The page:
I joke sometimes that we live in Mudville, Nowhere. The plain, unvarnished truth is that in the spring we do. It’s Bugville in the summer with flies the size of my fist waiting to attack, and the Arctic in the winter when the temperature is exactly equal in Fahrenheit and Celsius.
Wind adds a never-ending challenge to the wonder of life here – tearing down any impermanent structure and throwing it across fields with glee. But mud? Mud is the bane of our existence.
Have you heard “The Hippopotamus Song”? I holler it out loud at the top of my lungs as I slog hay around to the masters I serve. They particularly appreciate the line “mud, mud, glorious mud” even as I curse and cry.
Mud has a life force all its own and there are days – like when my boot is stuck three feet away from me – that I have to force myself not to collapse in a puddle and wail. I think about mud year-round, but in Mud Season my mind struggles to let go of mud obsession:
- How can I reduce the mucky, sticky gross issues?
- Do they really need hay over in that dry spot?
- Perhaps I could just dump feed over the fence?
- How can I get it off the big grey horse (my advice here? Don’t bring home a big grey horse and dream that grooming, and lots of it, won’t be a major part of your life!)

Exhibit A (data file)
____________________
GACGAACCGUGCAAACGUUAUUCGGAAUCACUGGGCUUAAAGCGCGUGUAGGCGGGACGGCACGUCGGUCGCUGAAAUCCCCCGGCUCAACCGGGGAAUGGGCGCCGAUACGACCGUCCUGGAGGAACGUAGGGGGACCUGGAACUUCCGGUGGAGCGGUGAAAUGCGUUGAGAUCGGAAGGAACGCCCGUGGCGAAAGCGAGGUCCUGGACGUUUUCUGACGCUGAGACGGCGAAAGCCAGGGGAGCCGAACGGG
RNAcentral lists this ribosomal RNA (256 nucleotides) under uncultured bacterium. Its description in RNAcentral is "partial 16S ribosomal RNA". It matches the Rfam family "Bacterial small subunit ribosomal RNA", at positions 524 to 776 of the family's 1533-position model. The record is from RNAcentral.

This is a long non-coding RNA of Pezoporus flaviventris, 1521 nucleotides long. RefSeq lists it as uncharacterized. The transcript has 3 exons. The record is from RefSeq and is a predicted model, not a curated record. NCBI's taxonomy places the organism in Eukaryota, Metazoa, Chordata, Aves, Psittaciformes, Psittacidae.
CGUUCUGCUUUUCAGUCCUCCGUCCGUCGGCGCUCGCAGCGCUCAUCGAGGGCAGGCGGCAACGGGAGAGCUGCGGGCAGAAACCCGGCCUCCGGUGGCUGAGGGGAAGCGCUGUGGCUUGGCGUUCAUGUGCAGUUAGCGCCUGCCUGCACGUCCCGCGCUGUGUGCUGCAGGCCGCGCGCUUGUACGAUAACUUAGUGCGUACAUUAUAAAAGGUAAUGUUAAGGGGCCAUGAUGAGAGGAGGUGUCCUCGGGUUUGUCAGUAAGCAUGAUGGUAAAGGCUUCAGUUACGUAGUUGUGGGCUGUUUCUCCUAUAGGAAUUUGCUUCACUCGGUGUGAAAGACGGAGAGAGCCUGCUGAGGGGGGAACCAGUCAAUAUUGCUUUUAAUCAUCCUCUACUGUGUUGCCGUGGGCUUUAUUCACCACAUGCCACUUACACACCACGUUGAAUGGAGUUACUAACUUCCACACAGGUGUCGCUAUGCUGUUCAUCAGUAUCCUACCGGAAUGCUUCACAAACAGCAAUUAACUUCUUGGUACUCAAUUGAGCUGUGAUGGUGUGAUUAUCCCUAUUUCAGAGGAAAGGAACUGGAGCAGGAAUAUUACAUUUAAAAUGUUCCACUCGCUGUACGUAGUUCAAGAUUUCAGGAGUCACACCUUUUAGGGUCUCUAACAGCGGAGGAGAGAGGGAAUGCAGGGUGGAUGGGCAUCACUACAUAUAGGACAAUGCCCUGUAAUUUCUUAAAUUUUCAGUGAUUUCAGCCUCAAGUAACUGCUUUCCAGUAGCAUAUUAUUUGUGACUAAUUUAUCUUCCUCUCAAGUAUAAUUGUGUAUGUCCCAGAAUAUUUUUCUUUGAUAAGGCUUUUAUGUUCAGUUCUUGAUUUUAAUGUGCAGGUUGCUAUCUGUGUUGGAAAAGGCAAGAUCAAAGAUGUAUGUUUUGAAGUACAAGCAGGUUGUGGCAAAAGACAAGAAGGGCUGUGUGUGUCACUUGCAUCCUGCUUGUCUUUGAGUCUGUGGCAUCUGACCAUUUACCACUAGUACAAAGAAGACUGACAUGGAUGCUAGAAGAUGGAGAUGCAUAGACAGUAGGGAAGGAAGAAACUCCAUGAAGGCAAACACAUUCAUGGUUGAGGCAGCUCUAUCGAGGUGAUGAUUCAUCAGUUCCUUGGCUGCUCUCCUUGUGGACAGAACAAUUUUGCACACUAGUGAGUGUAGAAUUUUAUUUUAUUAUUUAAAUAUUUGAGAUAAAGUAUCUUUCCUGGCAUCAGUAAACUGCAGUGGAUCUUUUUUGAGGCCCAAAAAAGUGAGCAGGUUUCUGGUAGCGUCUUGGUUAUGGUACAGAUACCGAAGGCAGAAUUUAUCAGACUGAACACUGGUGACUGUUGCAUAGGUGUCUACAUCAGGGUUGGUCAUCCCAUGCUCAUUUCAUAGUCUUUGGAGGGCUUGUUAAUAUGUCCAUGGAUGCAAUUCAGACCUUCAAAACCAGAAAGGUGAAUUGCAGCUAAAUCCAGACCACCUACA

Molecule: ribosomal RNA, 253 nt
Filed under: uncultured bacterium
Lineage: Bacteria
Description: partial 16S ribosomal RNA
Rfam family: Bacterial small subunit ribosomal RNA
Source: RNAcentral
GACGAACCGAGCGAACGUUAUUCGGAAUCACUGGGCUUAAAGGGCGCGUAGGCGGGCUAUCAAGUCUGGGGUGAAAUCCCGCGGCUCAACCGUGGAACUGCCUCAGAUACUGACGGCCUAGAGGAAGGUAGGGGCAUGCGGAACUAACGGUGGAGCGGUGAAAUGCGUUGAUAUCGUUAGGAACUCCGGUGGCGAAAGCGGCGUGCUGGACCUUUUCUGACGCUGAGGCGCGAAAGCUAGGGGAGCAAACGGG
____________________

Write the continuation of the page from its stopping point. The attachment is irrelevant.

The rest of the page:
- Is there a way to navigate the gates without losing my footwear in muck?
- Should I roach every mane so they no longer stick like glue to necks?
- Will I be knocked out if a muddy tail wallops me by mistake?
- Why do horses love rolling in mud quite as much as they do?
These questions and more circle around and around in my brain.
We drive on slightly different tracks for paths we need to traverse regularly and use alternating sides of any double gate we can. I vacuum the horses that like, or need, to be clean and my upper body gets a good workout brushing the horses who aren’t happy about loud noises and their skin being sucked up. The absolute Pigpen of my group? Well, he gets to stay filthier than I might choose.
I test minimizing mud in various ways; if it’s suggested, I’ll try it. “Cover the mud” they said. Down went wood chips and straw – but mud loves to defeat that challenge.
“Get the organic matter out” they said. So we scraped the dirt around the gates and put in gravel. Mud loves to eat gravel. We go through a lot of gravel around here.
It’s tough when I have to get up, go to the barn quickly to water or turn out, then change my clothes before leaving for work. I have limited energy and time for getting dressed as it is, let alone adding a full change to the morning routine – but going to work with mud streaked down my pants or splatters on my shirt isn’t cool, either.
There is no winning with mud. It’s a survival game of the highest order. And mud nearly always scores too many points in a season. I suppose if I were a more noble person I’d admire mud for its tenacity and usefulness or find a way to appreciate that it isn’t really quicksand. It’s just mud, but it drives me mad. Here’s to the next season of nature… hurry up and arrive!